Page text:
When you take a look at your team's fixtures for the upcoming season, have a think: how many of the games do you expect to win? You'll find that there are many more of these wins coming at home than away. But why?
There have always been statistics to back up the fact that teams playing at home hold an advantage and thus an increased chance of victory. However, if we take a look at the home win percentage over the past four years, we have seen a consistent drop in the number of games that home teams are winning.
In the 2009-10 season, 51% of games were won by the home team. Fulham were the prime example of this, winning 11 of their games at Craven Cottage, but only one on the road. Hull, meanwhile, failed to win a single game away from home. The following seasons saw that number drop from 51% to 47%, 45% and in the 2012-13 season, to just 44%.
So, what is it that is contributing to the demise of home advantage?
Firstly, we must take a look at what creates ‘home advantage’ in the first place.
Firstly, the pitch dimensions make a big difference. When you play half your games on the same sized pitch, you get used to the area and this affects your play. The defence can remain compact while still covering the width of the pitch, play can be spread out wide without losing control of the ball, and long balls can be played into the right area.
The perfect example of this is Arsenal’s old ground, Highbury. The pitch was very narrow and required quick, composed passing and movement. For the early part of the 21st Century, Arsenal were the best at this, and dominated teams visiting north London.
Secondly, the crowd. The atmosphere generated by a home crowd getting behind their team provides motivation to the home team, and lifts the spirit of the players. Marathon runners claim that the cheering crowd carries them through to the end, and a similar effect is had on footballers.
A prime example of this would be Manchester City’s late comeback against QPR in 2012, with two stoppage time goals that won them the Premier League. Without the noise of the crowd, many of the players may have lost hope.
Third, there comes the comfort of playing close to home. The players don’t have to travel as far, are used to their surroundings and have more time to prepare for the game. Sir Alex Ferguson once claimed that Manchester United’s league form suffered immensely in the weekends after a European away game.
Comfort with the surroundings makes a big difference during the game as well. Stoke’s Britannia Stadium sits high up on a hill with wide open gaps in the corners, creating strong winds within the stadium. Stoke’s long-ball game often fools defenders with unpredictable ball flight and their home form over the past five seasons backs this up, having won 41 games at home and just 15 away.
Finally, there comes the winning mentality that is paired with playing at home. There holds an enormous advantage in the simple fact that there is considered to be a home advantage. This is why teams set up differently home and away, often dictating the play at home and counter attacking away. It is why travelling to Old Trafford is a daunting occasion but hosting Manchester United is ‘our chance to beat them’.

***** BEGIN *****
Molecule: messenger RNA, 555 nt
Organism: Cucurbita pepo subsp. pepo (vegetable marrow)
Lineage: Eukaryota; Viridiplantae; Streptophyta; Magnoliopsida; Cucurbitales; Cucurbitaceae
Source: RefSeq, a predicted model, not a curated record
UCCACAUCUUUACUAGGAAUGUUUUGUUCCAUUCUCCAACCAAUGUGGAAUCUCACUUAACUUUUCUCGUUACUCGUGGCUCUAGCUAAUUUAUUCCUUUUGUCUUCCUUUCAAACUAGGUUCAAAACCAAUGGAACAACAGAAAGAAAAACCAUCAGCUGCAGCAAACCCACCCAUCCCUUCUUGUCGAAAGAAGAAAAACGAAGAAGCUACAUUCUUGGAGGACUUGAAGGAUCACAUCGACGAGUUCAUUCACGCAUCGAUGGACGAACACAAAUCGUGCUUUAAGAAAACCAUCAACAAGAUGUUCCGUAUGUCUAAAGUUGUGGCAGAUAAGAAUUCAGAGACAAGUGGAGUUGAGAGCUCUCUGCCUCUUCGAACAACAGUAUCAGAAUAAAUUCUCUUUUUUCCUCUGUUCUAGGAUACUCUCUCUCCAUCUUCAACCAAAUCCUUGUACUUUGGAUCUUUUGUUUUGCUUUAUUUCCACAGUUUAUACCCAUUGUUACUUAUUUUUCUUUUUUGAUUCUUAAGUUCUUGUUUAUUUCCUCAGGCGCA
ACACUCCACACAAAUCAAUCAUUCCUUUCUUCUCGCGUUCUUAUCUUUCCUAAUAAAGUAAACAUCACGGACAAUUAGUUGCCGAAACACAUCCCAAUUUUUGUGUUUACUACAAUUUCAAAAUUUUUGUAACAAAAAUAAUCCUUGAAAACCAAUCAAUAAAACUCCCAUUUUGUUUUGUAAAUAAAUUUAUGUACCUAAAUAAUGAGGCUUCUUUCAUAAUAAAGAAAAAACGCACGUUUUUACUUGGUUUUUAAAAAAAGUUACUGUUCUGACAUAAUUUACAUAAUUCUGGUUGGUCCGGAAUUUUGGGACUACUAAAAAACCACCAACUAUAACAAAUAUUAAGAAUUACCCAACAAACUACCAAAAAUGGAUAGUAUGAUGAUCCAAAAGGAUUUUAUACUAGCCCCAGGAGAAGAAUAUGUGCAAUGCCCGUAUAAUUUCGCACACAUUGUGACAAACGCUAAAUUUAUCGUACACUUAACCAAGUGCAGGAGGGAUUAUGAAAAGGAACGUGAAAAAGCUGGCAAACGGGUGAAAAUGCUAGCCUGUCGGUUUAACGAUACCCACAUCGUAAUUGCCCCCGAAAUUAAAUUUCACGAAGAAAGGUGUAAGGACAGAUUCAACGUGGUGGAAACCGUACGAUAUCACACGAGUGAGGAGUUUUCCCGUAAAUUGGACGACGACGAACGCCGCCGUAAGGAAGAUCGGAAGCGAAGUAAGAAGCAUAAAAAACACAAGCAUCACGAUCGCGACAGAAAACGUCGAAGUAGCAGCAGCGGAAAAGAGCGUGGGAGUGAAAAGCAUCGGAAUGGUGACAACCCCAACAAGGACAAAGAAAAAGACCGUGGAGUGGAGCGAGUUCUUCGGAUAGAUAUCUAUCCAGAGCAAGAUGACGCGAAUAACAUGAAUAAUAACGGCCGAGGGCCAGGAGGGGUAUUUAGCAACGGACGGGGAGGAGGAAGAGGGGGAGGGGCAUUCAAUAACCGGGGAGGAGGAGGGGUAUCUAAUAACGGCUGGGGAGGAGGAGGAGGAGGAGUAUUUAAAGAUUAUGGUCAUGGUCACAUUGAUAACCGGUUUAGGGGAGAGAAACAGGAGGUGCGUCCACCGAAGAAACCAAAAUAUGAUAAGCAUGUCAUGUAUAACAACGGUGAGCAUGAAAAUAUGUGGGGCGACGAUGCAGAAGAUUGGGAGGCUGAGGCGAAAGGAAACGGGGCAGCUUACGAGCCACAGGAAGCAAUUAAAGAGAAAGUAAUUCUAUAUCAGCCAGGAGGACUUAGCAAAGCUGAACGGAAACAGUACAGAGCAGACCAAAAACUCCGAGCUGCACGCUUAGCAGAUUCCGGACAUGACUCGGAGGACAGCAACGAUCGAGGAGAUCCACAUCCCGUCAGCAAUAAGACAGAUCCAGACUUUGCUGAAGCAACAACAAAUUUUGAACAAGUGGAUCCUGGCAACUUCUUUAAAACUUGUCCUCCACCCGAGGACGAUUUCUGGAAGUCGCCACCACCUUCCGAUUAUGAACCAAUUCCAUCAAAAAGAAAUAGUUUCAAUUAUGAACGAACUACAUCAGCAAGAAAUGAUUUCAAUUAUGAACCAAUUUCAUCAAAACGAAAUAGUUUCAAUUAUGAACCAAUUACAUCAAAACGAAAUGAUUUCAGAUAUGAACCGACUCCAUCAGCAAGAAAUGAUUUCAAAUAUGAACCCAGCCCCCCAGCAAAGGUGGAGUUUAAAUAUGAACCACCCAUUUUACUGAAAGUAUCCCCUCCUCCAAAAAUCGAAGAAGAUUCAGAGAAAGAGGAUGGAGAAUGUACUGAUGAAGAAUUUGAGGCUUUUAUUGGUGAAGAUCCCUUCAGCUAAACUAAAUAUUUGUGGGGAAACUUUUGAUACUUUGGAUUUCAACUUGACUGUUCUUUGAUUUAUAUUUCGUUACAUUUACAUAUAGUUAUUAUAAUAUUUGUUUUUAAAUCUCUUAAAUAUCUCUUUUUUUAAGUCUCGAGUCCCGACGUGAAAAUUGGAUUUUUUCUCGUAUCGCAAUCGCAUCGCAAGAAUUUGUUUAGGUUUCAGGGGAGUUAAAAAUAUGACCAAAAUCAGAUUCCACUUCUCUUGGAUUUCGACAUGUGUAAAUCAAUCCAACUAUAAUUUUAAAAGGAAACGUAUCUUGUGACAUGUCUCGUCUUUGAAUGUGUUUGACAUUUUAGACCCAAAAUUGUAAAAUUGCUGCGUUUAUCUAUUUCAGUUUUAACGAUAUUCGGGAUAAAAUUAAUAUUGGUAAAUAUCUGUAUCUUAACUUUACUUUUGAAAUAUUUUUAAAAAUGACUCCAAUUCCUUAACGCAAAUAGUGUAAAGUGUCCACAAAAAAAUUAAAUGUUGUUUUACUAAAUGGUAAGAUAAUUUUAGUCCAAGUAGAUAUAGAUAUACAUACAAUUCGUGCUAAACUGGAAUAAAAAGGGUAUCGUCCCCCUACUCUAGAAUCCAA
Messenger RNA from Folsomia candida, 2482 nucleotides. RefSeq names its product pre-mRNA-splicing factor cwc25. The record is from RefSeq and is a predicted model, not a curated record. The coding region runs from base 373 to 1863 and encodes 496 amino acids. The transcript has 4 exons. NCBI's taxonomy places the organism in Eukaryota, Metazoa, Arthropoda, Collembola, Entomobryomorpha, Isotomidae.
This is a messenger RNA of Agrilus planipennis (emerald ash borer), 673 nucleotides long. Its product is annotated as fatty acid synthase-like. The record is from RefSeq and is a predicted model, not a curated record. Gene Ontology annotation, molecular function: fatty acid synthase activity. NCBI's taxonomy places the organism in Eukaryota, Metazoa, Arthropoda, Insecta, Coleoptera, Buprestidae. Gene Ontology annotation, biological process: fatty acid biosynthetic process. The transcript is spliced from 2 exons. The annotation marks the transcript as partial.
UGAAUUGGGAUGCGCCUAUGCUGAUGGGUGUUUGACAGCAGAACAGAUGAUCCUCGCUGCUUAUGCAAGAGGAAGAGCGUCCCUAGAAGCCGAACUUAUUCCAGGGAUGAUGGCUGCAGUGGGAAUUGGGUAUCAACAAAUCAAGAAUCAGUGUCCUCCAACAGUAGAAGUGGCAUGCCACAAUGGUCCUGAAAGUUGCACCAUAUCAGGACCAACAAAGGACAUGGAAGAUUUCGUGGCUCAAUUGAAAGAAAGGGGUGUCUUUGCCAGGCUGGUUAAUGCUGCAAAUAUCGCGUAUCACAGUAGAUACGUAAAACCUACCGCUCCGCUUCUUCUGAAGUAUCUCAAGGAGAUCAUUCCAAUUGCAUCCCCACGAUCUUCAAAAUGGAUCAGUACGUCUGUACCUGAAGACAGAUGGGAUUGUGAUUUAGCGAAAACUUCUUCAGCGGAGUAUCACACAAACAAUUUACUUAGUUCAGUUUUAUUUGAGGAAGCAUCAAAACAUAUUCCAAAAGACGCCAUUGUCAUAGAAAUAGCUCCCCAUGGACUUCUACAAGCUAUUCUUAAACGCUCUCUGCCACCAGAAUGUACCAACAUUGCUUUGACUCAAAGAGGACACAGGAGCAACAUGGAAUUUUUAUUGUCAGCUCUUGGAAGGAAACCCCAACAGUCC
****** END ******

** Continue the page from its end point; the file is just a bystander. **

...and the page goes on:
With all of these factors in play, why is it that home form is slipping? What has happened to combat the many advantages and expectancies of a home team?
The pitch dimensions haven’t changed too much, though the old narrow Highbury pitch is no longer used and most pitches are relatively similar, but nothing has happened to dramatically shift the impact pitch size has.
Similarly, the advantage of playing in front of your fans hasn’t changed too much, at least not in the last five years. Perhaps the biggest change would have been the Taylor report that required all Premier League stadiums to be all-seater, as this would have reduced capacity, noise levels and the intimidation factor on away teams.
Home comforts would continue to ease the match day preparations of players, and if anything the distances travelled in European fixtures are increasing as the Eastern European teams are becoming more competitive, particularly those in the far reaches of Ukraine, Turkey and Russia.
So that leaves us with the winning mentality of home teams. Is that what is reducing, and therefore changing the face of Premier League home form? Perhaps not. Perhaps the winning mentality is still there, but it is the way away teams are adapting to this mentality that is changing. Home teams still dictate play and most of the time have more possession, but away teams are learning to absorb the pressure and counter attack effectively.
An incredible example of this was Newcastle’s trip to the Liberty Stadium in the 2011-12 season. Swansea were creating a reputation for their fluid passing play, and Alan Pardew set the Magpies up to combat this. Swansea managed a monumental 77% possession, but with two swift counter attacks, Newcastle won the game 2-0.
Teams that have generally been quite feeble away from home in recent years like Arsenal and Tottenham have really strengthened this season, with a 4-2-3-1 formation working perfectly away with three quick attacking players at the top of the midfield. It resulted in both teams reaching their highest points total in several years, and both winning more away games than the previous premier league champions Manchester City.
So it seems that home form still exists, and the factors that contribute to the success of teams playing on their own ground haven’t rescinded. However, away teams are more tactically astute, and counter-attacking football is seeing some of its best days in Premier League history.
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